The great Outdoor Retailer bailout?

Congress, most likely at the behest of the newspaper industry, is debating ways to keep newspapers alive.

There are some excellent conversations on the topic ... going on right now (YAHOO, FORBES, HUFFPO, HUFFPO). But the short story is that they're considering tax breaks for papers, considering allowing non-profit status for papers, and considering subsidies for papers.

Newspaper journalism is an essential part of a functioning democracy, say the men in the blue suits and red ties, and because it's so essential, the Government should consider stepping in to keep it alive.

It's an interesting notion ... macro-community support to keep independently owned media alive ... and it made me wonder: should the outdoor industry be considering the same thing?

Should OIA be looking at an emergency ad buy this summer? Something that would throw a lifeline to the media that is hard hit during the downturn?

What if Outdoor Retailer reached deep and bought a few ad pages in some of our "essential" media outlets -- possibly bridging the difference between survival of a key promoter of outdoor activities and their permanent disappearance?

Should AFFTA be doing the same thing in fly fishing? Would an SIA ad buy have helped Powder owners from going bankrupt last month? What about Interbike dropping a few back covers in the rapidly disappearing bike rags?

Or should we stay the laissez-faire course? Should we take a more conservative, a more Republican position, and let the chips fall as the may, let our media outlets fail, and let the market decide what we need?


  1. Anonymous10:49 AM

    interesting thought, manufacturers don't seem to be offering up much of a mercy spend....sort of a lot of hand sitting in the advertising realm. The "we together" buy could also prevent a deeper and more frequent spend by the industry...how would you fairly decide what to buy?

    A few ads would NOT have helped Source it seems, (and it seems they will come out stronger by just shedding debt thru chapter 11, such glee about bankruptcy seems shameful??) but I am sure Dirt Rag or Paddler could use a few ads..

    Also interesting coming from a PR guy. PR folks at times have persuaded manufacturers that they "don't need to advertise" because of all the "free" press a PR firm can get them.

    Most magazines are bloated blow hards and a waste of trees....Let the market decide on this one...the good strong ones will survive....I hope.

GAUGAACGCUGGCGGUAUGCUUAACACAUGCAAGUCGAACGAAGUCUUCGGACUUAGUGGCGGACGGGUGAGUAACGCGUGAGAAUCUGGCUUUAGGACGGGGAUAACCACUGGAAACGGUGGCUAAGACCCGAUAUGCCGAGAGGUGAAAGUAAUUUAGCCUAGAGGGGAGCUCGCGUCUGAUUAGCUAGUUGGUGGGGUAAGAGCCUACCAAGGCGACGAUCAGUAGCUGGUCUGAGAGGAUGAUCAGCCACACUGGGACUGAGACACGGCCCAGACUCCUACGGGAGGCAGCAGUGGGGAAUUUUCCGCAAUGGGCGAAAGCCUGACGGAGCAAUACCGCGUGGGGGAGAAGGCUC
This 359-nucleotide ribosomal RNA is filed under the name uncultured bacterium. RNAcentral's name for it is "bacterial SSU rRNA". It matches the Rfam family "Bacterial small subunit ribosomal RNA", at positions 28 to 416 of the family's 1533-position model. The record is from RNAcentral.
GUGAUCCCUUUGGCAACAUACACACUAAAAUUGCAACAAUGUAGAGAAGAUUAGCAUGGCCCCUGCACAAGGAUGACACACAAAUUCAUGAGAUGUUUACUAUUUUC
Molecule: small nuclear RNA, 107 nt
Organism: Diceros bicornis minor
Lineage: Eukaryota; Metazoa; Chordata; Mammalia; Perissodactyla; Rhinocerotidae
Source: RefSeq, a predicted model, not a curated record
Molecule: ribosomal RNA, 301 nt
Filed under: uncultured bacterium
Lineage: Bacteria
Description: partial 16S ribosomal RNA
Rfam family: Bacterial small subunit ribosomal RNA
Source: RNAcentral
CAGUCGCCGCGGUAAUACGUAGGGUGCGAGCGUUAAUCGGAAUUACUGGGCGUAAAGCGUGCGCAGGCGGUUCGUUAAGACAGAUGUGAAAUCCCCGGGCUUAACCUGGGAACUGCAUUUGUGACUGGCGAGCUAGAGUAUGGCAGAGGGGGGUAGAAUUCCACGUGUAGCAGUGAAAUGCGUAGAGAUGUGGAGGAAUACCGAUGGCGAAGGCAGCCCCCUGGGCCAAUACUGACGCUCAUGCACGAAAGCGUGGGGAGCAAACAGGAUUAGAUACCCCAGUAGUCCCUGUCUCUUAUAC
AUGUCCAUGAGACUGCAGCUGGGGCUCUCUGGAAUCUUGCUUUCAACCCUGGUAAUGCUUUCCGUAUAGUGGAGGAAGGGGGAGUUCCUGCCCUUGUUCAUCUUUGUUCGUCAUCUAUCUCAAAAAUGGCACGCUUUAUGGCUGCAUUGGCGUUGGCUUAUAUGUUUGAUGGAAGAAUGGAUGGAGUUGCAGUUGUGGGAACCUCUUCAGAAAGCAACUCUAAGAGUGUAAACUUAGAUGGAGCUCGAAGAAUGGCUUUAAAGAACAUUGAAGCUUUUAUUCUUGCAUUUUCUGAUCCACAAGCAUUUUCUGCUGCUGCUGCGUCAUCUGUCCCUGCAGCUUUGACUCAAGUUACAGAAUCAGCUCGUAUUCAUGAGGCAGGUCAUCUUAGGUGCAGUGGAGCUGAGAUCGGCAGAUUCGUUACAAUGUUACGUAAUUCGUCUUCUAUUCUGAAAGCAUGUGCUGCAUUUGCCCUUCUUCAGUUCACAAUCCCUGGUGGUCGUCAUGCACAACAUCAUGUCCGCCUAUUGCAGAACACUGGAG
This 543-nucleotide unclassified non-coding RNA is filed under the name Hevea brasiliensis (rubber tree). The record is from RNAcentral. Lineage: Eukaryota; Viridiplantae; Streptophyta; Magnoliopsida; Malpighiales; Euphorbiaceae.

Cheers Drew! SJ

  2. For me, the question is whether or not a short-term stimulus will save old media. A larger issue is how old media got in this predicament in the first place: Are they suffering because of a short-term economic hit because companies are taking out fewer ads, or is it because there's been a sea-change in how people approach their media interactions? I'd argue that it's the latter that's driving this, with the current economic climate simply providing the coup-de-grace.

    Personally, I think that there are better ways to reach influencers in the outdoor community than through magazines. The spread and reach of social media and alternative media outlets (closely related, they are) is all but negating the impact of magazines. Our research (still preliminary) is showing us that more of our shop kids interact with YouTube than any other form of media, and hardly anybody in mainstream outdoors is playing in this space.

    This is just one example of an unexploited online resource to help get people psyched to go outdoors. Rather than putting more money into something that may in fact be dying of its own accord, it seems better that we invest into something that will grow into the future.

    Thanks for the post. Interesting stuff.

  3. Anonymous10:05 PM

    From Reflections of a Newsosaur:

  4. I'm no Republican but I do believe business should succeed because they have adapted effectively to changing markets instead of being propped up because they "can't" fail. Media needs to learn how to monetize better. Content is valuable. I know I'm going to get flamed for this, but instead of encouraging pity ad buys, I would suggest that magazines move to become retailers in a way, selling or receiving commission for selling the gear they write about and retailers become magazines, providing quality content on the gear they sell. Competition like that would be healthy for both entities, no?

  5. Agreed, SJ.

    Let the market decide.

    And re-localizing news, like food, is in the cards for the 21st century.

    Count on it.